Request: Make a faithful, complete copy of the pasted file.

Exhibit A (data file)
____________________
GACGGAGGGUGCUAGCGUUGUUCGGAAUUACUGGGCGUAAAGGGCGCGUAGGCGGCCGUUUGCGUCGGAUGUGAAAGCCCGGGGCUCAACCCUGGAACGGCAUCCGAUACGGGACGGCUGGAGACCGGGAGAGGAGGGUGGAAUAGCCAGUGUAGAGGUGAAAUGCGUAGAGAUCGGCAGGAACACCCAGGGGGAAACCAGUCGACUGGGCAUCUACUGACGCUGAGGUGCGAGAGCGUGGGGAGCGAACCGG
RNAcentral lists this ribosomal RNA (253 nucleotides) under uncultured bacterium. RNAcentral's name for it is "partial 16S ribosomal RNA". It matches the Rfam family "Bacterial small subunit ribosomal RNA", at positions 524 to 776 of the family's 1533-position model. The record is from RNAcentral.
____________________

GACGGAGGGUGCUAGCGUUGUUCGGAAUUACUGGGCGUAAAGGGCGCGUAGGCGGCCGUUUGCGUCGGAUGUGAAAGCCCGGGGCUCAACCCUGGAACGGCAUCCGAUACGGGACGGCUGGAGACCGGGAGAGGAGGGUGGAAUAGCCAGUGUAGAGGUGAAAUGCGUAGAGAUCGGCAGGAACACCCAGGGGGAAACCAGUCGACUGGGCAUCUACUGACGCUGAGGUGCGAGAGCGUGGGGAGCGAACCGG
RNAcentral lists this ribosomal RNA (253 nucleotides) under uncultured bacterium. RNAcentral's name for it is "partial 16S ribosomal RNA". It matches the Rfam family "Bacterial small subunit ribosomal RNA", at positions 524 to 776 of the family's 1533-position model. The record is from RNAcentral.